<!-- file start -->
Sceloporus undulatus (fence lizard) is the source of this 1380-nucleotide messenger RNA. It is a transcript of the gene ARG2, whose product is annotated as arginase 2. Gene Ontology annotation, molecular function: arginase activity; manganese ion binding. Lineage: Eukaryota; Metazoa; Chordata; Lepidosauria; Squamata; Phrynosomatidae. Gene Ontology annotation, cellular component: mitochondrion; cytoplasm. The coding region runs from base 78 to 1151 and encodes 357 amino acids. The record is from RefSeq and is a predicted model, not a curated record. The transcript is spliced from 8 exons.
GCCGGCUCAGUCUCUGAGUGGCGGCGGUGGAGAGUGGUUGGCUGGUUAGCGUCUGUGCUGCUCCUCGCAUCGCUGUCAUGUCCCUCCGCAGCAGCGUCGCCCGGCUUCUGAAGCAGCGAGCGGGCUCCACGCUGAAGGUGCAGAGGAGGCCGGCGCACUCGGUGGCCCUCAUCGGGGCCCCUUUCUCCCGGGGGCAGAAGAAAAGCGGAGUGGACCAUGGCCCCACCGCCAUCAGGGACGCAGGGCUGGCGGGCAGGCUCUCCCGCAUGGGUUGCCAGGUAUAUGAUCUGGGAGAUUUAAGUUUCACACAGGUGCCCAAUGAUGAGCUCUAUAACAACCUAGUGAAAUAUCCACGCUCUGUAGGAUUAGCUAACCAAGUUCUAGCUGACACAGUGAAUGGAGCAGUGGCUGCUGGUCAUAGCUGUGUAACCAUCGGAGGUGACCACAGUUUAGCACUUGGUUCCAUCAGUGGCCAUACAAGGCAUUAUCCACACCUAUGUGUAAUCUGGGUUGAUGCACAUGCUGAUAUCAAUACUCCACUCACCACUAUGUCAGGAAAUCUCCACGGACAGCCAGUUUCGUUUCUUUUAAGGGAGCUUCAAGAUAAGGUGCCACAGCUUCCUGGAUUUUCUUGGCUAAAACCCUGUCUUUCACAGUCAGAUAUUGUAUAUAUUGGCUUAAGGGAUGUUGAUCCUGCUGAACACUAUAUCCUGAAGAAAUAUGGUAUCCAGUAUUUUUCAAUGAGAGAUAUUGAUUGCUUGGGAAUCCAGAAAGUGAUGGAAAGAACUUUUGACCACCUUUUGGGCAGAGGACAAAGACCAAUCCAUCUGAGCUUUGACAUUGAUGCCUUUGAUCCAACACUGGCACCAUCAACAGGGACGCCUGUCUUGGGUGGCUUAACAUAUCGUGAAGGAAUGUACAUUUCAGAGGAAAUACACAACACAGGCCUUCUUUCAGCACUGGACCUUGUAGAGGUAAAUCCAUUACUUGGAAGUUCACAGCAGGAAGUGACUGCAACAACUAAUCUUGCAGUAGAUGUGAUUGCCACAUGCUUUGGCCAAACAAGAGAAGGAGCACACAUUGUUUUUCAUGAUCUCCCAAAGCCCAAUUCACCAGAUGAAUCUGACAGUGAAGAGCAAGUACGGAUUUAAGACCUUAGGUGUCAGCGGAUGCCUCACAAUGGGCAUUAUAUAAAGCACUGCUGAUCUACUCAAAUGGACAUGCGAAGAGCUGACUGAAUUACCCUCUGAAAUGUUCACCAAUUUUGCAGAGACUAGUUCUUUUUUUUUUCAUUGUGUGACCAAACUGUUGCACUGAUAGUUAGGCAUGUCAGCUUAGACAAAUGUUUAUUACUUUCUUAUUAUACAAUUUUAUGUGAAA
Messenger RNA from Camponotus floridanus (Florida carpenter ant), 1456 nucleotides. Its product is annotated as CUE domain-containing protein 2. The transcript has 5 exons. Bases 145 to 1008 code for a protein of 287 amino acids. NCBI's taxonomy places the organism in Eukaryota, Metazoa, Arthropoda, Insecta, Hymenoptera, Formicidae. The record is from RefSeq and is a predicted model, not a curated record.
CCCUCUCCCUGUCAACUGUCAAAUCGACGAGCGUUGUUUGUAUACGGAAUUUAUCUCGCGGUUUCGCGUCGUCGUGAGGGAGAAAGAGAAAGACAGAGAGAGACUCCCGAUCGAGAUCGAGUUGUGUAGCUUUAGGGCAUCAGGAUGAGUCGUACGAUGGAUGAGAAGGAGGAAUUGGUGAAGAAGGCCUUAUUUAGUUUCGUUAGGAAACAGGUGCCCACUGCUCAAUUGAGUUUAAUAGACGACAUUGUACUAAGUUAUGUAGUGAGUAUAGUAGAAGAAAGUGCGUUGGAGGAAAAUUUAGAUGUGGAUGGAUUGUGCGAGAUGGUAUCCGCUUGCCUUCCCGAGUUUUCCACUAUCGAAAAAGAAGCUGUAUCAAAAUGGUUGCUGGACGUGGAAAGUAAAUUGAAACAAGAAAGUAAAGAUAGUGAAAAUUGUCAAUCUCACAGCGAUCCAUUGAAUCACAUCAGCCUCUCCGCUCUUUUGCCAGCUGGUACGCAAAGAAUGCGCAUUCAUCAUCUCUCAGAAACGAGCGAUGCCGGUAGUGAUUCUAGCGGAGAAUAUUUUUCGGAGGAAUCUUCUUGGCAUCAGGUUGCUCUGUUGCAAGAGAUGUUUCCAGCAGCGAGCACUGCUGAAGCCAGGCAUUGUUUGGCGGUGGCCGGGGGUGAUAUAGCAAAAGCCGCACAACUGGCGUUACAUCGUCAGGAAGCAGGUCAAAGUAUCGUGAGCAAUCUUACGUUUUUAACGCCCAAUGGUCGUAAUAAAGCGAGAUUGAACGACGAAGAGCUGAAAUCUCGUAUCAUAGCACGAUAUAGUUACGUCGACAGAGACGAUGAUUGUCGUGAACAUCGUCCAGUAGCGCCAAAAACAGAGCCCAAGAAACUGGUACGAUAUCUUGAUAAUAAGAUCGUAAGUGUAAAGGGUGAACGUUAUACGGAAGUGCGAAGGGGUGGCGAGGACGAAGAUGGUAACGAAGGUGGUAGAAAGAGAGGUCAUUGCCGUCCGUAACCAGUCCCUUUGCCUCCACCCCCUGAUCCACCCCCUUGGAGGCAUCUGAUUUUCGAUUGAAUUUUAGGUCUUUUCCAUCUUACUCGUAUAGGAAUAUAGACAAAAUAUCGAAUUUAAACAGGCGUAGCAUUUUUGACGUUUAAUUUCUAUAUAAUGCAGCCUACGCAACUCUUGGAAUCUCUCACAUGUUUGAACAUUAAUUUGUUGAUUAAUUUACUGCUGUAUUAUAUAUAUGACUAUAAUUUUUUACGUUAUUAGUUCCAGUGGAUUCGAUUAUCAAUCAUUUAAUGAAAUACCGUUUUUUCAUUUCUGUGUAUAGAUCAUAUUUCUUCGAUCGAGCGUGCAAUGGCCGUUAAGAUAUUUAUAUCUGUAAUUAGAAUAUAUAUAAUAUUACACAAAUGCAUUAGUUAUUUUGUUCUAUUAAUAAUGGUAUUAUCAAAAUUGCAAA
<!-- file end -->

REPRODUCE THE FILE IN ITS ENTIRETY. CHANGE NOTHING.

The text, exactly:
Sceloporus undulatus (fence lizard) is the source of this 1380-nucleotide messenger RNA. It is a transcript of the gene ARG2, whose product is annotated as arginase 2. Gene Ontology annotation, molecular function: arginase activity; manganese ion binding. Lineage: Eukaryota; Metazoa; Chordata; Lepidosauria; Squamata; Phrynosomatidae. Gene Ontology annotation, cellular component: mitochondrion; cytoplasm. The coding region runs from base 78 to 1151 and encodes 357 amino acids. The record is from RefSeq and is a predicted model, not a curated record. The transcript is spliced from 8 exons.
GCCGGCUCAGUCUCUGAGUGGCGGCGGUGGAGAGUGGUUGGCUGGUUAGCGUCUGUGCUGCUCCUCGCAUCGCUGUCAUGUCCCUCCGCAGCAGCGUCGCCCGGCUUCUGAAGCAGCGAGCGGGCUCCACGCUGAAGGUGCAGAGGAGGCCGGCGCACUCGGUGGCCCUCAUCGGGGCCCCUUUCUCCCGGGGGCAGAAGAAAAGCGGAGUGGACCAUGGCCCCACCGCCAUCAGGGACGCAGGGCUGGCGGGCAGGCUCUCCCGCAUGGGUUGCCAGGUAUAUGAUCUGGGAGAUUUAAGUUUCACACAGGUGCCCAAUGAUGAGCUCUAUAACAACCUAGUGAAAUAUCCACGCUCUGUAGGAUUAGCUAACCAAGUUCUAGCUGACACAGUGAAUGGAGCAGUGGCUGCUGGUCAUAGCUGUGUAACCAUCGGAGGUGACCACAGUUUAGCACUUGGUUCCAUCAGUGGCCAUACAAGGCAUUAUCCACACCUAUGUGUAAUCUGGGUUGAUGCACAUGCUGAUAUCAAUACUCCACUCACCACUAUGUCAGGAAAUCUCCACGGACAGCCAGUUUCGUUUCUUUUAAGGGAGCUUCAAGAUAAGGUGCCACAGCUUCCUGGAUUUUCUUGGCUAAAACCCUGUCUUUCACAGUCAGAUAUUGUAUAUAUUGGCUUAAGGGAUGUUGAUCCUGCUGAACACUAUAUCCUGAAGAAAUAUGGUAUCCAGUAUUUUUCAAUGAGAGAUAUUGAUUGCUUGGGAAUCCAGAAAGUGAUGGAAAGAACUUUUGACCACCUUUUGGGCAGAGGACAAAGACCAAUCCAUCUGAGCUUUGACAUUGAUGCCUUUGAUCCAACACUGGCACCAUCAACAGGGACGCCUGUCUUGGGUGGCUUAACAUAUCGUGAAGGAAUGUACAUUUCAGAGGAAAUACACAACACAGGCCUUCUUUCAGCACUGGACCUUGUAGAGGUAAAUCCAUUACUUGGAAGUUCACAGCAGGAAGUGACUGCAACAACUAAUCUUGCAGUAGAUGUGAUUGCCACAUGCUUUGGCCAAACAAGAGAAGGAGCACACAUUGUUUUUCAUGAUCUCCCAAAGCCCAAUUCACCAGAUGAAUCUGACAGUGAAGAGCAAGUACGGAUUUAAGACCUUAGGUGUCAGCGGAUGCCUCACAAUGGGCAUUAUAUAAAGCACUGCUGAUCUACUCAAAUGGACAUGCGAAGAGCUGACUGAAUUACCCUCUGAAAUGUUCACCAAUUUUGCAGAGACUAGUUCUUUUUUUUUUCAUUGUGUGACCAAACUGUUGCACUGAUAGUUAGGCAUGUCAGCUUAGACAAAUGUUUAUUACUUUCUUAUUAUACAAUUUUAUGUGAAA
Messenger RNA from Camponotus floridanus (Florida carpenter ant), 1456 nucleotides. Its product is annotated as CUE domain-containing protein 2. The transcript has 5 exons. Bases 145 to 1008 code for a protein of 287 amino acids. NCBI's taxonomy places the organism in Eukaryota, Metazoa, Arthropoda, Insecta, Hymenoptera, Formicidae. The record is from RefSeq and is a predicted model, not a curated record.
CCCUCUCCCUGUCAACUGUCAAAUCGACGAGCGUUGUUUGUAUACGGAAUUUAUCUCGCGGUUUCGCGUCGUCGUGAGGGAGAAAGAGAAAGACAGAGAGAGACUCCCGAUCGAGAUCGAGUUGUGUAGCUUUAGGGCAUCAGGAUGAGUCGUACGAUGGAUGAGAAGGAGGAAUUGGUGAAGAAGGCCUUAUUUAGUUUCGUUAGGAAACAGGUGCCCACUGCUCAAUUGAGUUUAAUAGACGACAUUGUACUAAGUUAUGUAGUGAGUAUAGUAGAAGAAAGUGCGUUGGAGGAAAAUUUAGAUGUGGAUGGAUUGUGCGAGAUGGUAUCCGCUUGCCUUCCCGAGUUUUCCACUAUCGAAAAAGAAGCUGUAUCAAAAUGGUUGCUGGACGUGGAAAGUAAAUUGAAACAAGAAAGUAAAGAUAGUGAAAAUUGUCAAUCUCACAGCGAUCCAUUGAAUCACAUCAGCCUCUCCGCUCUUUUGCCAGCUGGUACGCAAAGAAUGCGCAUUCAUCAUCUCUCAGAAACGAGCGAUGCCGGUAGUGAUUCUAGCGGAGAAUAUUUUUCGGAGGAAUCUUCUUGGCAUCAGGUUGCUCUGUUGCAAGAGAUGUUUCCAGCAGCGAGCACUGCUGAAGCCAGGCAUUGUUUGGCGGUGGCCGGGGGUGAUAUAGCAAAAGCCGCACAACUGGCGUUACAUCGUCAGGAAGCAGGUCAAAGUAUCGUGAGCAAUCUUACGUUUUUAACGCCCAAUGGUCGUAAUAAAGCGAGAUUGAACGACGAAGAGCUGAAAUCUCGUAUCAUAGCACGAUAUAGUUACGUCGACAGAGACGAUGAUUGUCGUGAACAUCGUCCAGUAGCGCCAAAAACAGAGCCCAAGAAACUGGUACGAUAUCUUGAUAAUAAGAUCGUAAGUGUAAAGGGUGAACGUUAUACGGAAGUGCGAAGGGGUGGCGAGGACGAAGAUGGUAACGAAGGUGGUAGAAAGAGAGGUCAUUGCCGUCCGUAACCAGUCCCUUUGCCUCCACCCCCUGAUCCACCCCCUUGGAGGCAUCUGAUUUUCGAUUGAAUUUUAGGUCUUUUCCAUCUUACUCGUAUAGGAAUAUAGACAAAAUAUCGAAUUUAAACAGGCGUAGCAUUUUUGACGUUUAAUUUCUAUAUAAUGCAGCCUACGCAACUCUUGGAAUCUCUCACAUGUUUGAACAUUAAUUUGUUGAUUAAUUUACUGCUGUAUUAUAUAUAUGACUAUAAUUUUUUACGUUAUUAGUUCCAGUGGAUUCGAUUAUCAAUCAUUUAAUGAAAUACCGUUUUUUCAUUUCUGUGUAUAGAUCAUAUUUCUUCGAUCGAGCGUGCAAUGGCCGUUAAGAUAUUUAUAUCUGUAAUUAGAAUAUAUAUAAUAUUACACAAAUGCAUUAGUUAUUUUGUUCUAUUAAUAAUGGUAUUAUCAAAAUUGCAAA